Since the beginning of time, people have always had a fascination with twins in the family. Twins are treated as “special” and “good omen” to families’ fortunate enough to have them.

Nowadays, with so much advancement in fertility science, it is becoming more common to see more families having twins, triplets (three babies), quadruplets (four), quintuplets (five), sextuplets (six), septuplets (seven) and octuplets (eight babies)!

Today’s article will focus on different types of twins, and mention some rare types of twins.

Identical twins

Identical twins are formed when one fertilized egg splits into two equally, normally within the first week of fertilization. They are scientifically termed as monozygotic twins.

Since both parts come from the same egg and sperm, each twin has the same set of chromosomes and they are born identical.

Identical twins have the same sex, and have the same genetic characteristics like eye colour, height and hair.

There may be very slight differences in the appearance of identical twins. This may be caused by one twin taking up more room in the womb.

Fraternal twins

Fraternal twins, scientifically termed as dizygotic twins, are formed from two fertilized eggs. This means the mother releases two eggs at the same time, and both eggs end up being fertilized by different sperm.

Coming from different eggs and sperm, the twins only share about 50 percent of their chromosomes like other siblings.

Fraternal twins do not look the same, and can be of the same or different sex, e.g., a boy and a girl.

Polar body twins

Some fraternal twins may look identical, and are identified as polar body or half-identical twins.

In the case of polar body twins, one unfertilized egg splits into two unequal eggs. The smaller half is called a polar body. The polar body egg can develop into a body if it gets fertilized. However, as a polar body egg has very little fluid, it normally does not survive.

However, if a polar body egg survives and gets fertilized, while the other bigger egg is fertilized separately, the result would be polar twins.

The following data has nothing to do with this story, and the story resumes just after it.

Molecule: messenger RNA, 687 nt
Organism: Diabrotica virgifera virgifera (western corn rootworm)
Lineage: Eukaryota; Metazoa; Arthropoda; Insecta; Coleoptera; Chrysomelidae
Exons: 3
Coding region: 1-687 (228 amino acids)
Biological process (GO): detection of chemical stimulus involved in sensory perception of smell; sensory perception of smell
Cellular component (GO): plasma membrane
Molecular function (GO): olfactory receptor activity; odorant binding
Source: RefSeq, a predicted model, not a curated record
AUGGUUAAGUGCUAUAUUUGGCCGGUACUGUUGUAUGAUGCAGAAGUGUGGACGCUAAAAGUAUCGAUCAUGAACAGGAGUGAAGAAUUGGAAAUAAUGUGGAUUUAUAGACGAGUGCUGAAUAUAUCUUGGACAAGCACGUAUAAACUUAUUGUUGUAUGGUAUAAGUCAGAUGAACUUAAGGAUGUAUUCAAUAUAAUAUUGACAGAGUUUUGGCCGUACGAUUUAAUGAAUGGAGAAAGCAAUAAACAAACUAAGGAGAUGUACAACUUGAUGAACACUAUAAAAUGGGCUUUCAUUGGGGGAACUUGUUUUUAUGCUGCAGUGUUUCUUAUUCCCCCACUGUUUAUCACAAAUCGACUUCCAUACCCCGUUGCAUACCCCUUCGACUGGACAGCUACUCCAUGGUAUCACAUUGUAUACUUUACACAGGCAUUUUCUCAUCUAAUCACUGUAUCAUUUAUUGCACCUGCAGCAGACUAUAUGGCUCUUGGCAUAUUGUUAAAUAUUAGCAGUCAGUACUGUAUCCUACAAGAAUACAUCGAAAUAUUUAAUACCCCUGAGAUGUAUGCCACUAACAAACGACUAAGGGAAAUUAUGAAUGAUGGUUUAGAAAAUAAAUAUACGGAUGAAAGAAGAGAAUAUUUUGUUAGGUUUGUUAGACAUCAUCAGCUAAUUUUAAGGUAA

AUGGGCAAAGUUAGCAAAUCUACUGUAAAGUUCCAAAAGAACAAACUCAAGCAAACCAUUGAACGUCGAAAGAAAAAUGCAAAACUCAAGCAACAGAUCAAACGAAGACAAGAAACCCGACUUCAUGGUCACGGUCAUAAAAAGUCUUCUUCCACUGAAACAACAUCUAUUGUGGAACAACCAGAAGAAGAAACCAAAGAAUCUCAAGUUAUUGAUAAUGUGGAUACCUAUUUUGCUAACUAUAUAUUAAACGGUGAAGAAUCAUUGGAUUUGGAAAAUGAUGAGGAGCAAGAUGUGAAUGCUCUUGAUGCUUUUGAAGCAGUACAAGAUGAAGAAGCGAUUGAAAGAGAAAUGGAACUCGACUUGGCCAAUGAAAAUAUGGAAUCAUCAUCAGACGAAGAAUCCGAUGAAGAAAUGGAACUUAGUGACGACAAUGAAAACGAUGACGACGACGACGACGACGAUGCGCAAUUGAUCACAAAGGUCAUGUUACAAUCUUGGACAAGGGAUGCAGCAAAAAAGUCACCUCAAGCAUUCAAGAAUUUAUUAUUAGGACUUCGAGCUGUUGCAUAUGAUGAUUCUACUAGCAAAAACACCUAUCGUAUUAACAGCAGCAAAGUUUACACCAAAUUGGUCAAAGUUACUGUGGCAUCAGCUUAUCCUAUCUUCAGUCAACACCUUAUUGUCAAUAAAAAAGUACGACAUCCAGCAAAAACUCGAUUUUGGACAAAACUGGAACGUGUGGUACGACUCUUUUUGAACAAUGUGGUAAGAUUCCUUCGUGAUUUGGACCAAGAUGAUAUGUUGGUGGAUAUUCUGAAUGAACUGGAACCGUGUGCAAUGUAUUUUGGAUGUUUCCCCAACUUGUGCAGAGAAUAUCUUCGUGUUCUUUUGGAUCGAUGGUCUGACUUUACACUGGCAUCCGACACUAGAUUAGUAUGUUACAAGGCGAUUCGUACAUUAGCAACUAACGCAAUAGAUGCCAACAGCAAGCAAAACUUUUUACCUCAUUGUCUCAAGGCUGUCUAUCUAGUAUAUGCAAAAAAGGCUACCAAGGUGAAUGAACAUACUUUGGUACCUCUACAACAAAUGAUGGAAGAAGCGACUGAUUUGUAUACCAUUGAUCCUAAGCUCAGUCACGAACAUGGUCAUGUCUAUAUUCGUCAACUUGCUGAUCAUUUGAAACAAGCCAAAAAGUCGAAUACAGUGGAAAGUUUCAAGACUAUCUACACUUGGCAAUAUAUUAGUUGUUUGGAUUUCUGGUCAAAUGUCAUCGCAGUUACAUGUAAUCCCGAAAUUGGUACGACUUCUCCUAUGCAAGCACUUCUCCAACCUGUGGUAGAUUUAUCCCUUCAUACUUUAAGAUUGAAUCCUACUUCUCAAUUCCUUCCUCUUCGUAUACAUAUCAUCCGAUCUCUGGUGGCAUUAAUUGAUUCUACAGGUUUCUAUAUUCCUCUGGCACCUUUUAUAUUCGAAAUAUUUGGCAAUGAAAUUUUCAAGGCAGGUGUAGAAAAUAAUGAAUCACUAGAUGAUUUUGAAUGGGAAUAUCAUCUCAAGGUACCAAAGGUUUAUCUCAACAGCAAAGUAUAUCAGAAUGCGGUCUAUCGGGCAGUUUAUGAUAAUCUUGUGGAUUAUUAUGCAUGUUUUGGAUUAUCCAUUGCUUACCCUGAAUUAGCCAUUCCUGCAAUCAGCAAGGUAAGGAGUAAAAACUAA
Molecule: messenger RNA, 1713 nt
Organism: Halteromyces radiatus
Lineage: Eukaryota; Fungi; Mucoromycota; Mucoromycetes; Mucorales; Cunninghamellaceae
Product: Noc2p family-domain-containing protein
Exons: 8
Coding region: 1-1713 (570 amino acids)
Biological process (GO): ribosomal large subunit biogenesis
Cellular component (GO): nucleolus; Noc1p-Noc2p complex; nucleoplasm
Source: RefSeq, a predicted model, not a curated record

Polar twins only have the mother’s chromosomes. They can be of the same or different sex.

Mirror image twins

These type of twins are formed when the egg splits 8 – 12 days after fertilization. The single embryo would have already developed a left and a right side by this time.

So when the egg splits, the twins are identical and mirror images of each other.

A simple example of mirror image twins is one twin may be left handed whereas the other twin may be right handed. Or one twin may have teeth coming in from the left and the other’s teeth come in from the right.

Conjoined twins

Conjoined twins form when a fertilized egg does not completely split into two. This phenomenon sometimes happens when the egg divides 12 days or more after being fertilized. Another possibility is the egg did split but somehow fused back together.

Conjoined twins are commonly fused together at the chest or abdomen. The case for separation becomes extremely difficult when the twins are found to share one or more vital organs.

These type of twins are actually two individual personalities who think independently. Unfortunately, conjoined twins often have very short lifespans.

Other rare twins

Apart from the types of twins mentioned above, there are other rare sets of twins, e.g., parasitic twins, semi-identical twins, boy/girl monozygotic twins, and even twins with different fathers. As these are rare cases, we will not go into detail about them as the scientific explanations are fairly lengthy.

In conclusion: we hope today’s article has given our readers some further insight into the diverse world of twins, identical or otherwise. Please note – the contents of this article are purely informative and not to be taken as any form of medical advice.


By Aaron
9th October 2020 22:30

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